Updated January 13th, 2021 by Michael Llewellyn:Since its launch in August 2020, EA's UFC 4 has been the recipient of several patches and updates to improve gameplay mechanics, add fighters, and update existing fighter's statistics to match their real-life counterparts. As a result, several fighters on this list needed to be adjusted and additional combatants added to reflect their new stats and skillsets.
15 Tony Ferguson
Tony Ferguson is a former interim champion in the Lightweight division and had a 12 fight win streak in the UFC. Despite his recent losses, Ferguson is still one of the best characters to pick in the game.
Even though he lacks the stopping power of a power striker like Jorge Masvidal, Ferguson has fast hands, with an excellent jab and straight right. Both of which can counter and outstrike most fighters in the game simply by beating them to the punch. He is also great at submissions and fighting from his back which makes him the perfect fighter to choose against a good wrestler like Kamaru Usman.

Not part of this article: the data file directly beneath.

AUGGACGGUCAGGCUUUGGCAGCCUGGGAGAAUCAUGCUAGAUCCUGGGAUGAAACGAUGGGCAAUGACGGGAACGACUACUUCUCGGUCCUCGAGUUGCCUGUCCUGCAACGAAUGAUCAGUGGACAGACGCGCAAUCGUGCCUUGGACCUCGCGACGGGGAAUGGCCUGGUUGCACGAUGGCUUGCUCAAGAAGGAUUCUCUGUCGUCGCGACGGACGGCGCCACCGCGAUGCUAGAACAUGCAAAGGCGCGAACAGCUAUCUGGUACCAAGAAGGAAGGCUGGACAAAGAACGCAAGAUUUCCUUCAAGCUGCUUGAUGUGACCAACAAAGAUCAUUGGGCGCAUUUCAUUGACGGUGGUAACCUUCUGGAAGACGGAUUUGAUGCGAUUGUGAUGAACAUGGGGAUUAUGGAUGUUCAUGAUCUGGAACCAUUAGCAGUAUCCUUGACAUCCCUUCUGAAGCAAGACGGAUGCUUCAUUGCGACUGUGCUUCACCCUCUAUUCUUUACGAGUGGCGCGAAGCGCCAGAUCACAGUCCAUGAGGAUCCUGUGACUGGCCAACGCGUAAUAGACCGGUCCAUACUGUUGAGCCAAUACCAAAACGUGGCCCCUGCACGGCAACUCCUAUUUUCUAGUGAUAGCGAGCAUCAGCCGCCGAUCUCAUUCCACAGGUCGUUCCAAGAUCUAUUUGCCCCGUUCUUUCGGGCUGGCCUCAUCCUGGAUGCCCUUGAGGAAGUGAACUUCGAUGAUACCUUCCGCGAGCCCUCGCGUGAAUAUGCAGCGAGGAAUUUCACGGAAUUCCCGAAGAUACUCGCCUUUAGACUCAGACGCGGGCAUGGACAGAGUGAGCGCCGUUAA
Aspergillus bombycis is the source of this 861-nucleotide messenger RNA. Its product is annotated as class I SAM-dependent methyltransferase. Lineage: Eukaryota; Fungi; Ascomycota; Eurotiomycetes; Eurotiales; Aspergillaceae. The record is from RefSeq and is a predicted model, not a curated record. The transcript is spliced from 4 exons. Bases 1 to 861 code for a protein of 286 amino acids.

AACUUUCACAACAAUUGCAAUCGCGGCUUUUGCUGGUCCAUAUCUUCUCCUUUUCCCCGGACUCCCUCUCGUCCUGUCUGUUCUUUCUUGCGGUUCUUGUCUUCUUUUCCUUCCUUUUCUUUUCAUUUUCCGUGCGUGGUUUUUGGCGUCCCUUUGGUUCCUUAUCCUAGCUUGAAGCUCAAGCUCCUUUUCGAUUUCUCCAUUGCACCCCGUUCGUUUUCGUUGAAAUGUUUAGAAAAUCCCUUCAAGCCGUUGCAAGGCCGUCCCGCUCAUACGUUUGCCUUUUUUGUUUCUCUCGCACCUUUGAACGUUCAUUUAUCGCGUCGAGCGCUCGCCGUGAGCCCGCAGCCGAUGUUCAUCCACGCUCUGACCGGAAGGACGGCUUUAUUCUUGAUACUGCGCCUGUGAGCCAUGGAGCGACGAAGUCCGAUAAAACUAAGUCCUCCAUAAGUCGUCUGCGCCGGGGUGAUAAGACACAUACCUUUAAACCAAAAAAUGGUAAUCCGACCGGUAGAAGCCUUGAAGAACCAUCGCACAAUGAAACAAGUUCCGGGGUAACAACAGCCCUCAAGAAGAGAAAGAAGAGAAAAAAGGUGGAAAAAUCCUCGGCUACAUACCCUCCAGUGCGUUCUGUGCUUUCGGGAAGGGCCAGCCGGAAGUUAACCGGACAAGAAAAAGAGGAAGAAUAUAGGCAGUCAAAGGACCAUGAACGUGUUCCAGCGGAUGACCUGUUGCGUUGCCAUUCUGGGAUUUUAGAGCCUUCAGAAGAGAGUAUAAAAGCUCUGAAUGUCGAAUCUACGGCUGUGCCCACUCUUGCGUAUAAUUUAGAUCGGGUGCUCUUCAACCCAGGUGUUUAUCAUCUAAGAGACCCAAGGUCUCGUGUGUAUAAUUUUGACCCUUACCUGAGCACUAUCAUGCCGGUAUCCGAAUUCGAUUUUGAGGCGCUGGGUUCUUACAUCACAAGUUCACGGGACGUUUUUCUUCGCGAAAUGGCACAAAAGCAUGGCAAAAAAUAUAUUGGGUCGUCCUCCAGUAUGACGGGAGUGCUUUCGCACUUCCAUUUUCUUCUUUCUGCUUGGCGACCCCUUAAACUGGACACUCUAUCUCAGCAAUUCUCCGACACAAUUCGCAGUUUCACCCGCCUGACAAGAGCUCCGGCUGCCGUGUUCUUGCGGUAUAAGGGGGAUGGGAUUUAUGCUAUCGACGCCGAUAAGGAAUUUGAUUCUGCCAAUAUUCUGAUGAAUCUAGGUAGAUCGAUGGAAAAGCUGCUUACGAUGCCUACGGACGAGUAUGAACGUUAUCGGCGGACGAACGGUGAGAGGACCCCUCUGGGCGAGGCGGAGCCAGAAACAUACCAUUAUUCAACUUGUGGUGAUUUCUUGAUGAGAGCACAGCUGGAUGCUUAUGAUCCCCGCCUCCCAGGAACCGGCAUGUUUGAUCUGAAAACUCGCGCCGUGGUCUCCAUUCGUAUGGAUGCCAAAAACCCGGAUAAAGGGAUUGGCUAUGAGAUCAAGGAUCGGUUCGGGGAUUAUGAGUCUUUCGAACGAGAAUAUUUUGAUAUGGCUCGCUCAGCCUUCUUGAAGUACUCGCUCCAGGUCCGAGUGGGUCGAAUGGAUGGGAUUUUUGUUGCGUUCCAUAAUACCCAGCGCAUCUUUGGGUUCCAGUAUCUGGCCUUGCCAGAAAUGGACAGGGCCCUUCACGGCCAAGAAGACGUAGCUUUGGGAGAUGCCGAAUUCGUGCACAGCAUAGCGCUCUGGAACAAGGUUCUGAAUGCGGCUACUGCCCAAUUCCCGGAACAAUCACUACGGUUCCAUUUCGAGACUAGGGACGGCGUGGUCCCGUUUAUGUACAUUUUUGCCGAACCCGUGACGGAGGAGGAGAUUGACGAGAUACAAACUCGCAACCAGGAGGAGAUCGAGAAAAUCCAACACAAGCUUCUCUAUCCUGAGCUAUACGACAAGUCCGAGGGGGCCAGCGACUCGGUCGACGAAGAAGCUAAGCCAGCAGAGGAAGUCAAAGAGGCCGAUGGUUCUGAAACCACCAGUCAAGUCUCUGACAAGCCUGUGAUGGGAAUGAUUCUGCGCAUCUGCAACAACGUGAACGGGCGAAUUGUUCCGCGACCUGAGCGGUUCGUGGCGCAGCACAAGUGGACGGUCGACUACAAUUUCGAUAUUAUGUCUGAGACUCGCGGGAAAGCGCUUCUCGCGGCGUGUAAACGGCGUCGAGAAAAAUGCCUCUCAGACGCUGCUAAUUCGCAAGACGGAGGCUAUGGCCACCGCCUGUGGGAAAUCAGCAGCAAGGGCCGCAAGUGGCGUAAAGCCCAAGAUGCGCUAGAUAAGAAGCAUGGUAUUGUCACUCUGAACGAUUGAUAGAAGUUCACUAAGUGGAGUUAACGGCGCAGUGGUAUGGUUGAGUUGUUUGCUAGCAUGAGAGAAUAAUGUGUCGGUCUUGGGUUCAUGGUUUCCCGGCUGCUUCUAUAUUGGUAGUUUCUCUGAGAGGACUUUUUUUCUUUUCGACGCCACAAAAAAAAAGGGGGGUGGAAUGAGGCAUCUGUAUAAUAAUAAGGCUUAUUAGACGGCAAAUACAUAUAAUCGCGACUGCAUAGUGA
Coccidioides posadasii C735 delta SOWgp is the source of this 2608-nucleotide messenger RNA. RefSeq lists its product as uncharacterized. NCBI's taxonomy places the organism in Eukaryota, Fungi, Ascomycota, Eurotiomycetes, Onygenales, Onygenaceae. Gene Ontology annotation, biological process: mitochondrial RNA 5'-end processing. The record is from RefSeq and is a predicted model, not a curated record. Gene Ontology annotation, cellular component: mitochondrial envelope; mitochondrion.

14 Kamaru Usman
At number 10 in the game’s rankings is Kamaru Usman who is the current UFC Welterweight Champion. He’s one of the most powerful fighters in the division and looks more like a middleweight than a welterweight.
He has a strong ground game as shown by his manhandling of Tyron Woodley and has a lot of power in his hands as evidenced by knocking out Colby Covington in their 2019 "fight of the year" contender at UFC 245.
13 Brian Ortega
Since coming back with a dominant victory over Chan Sung Jung, Brian Ortega's vast improvements in his stand-up game have been reflected in a recent UFC 4 update too. Since the update, Ortega's star rating has jumped up to four and a half stars.
Ortega is primarily is a Jiu-Jitsu specialist which makes him perfect against wrestlers and he is also a very dangerous kickboxer too. He can land fast combinations with his hands and has the punching power to match. He also has excellent recovery stats which means he can come back from getting rocked fairly quickly.
12 George St-Pierre
George St-Pierre is a legend in the UFC and easily earns his spot as one of the greatest fighters of all time. GSP won the UFC Welterweight Championship twice and retired as the reigning champion in 2013 after successfully defending the belt 9 times.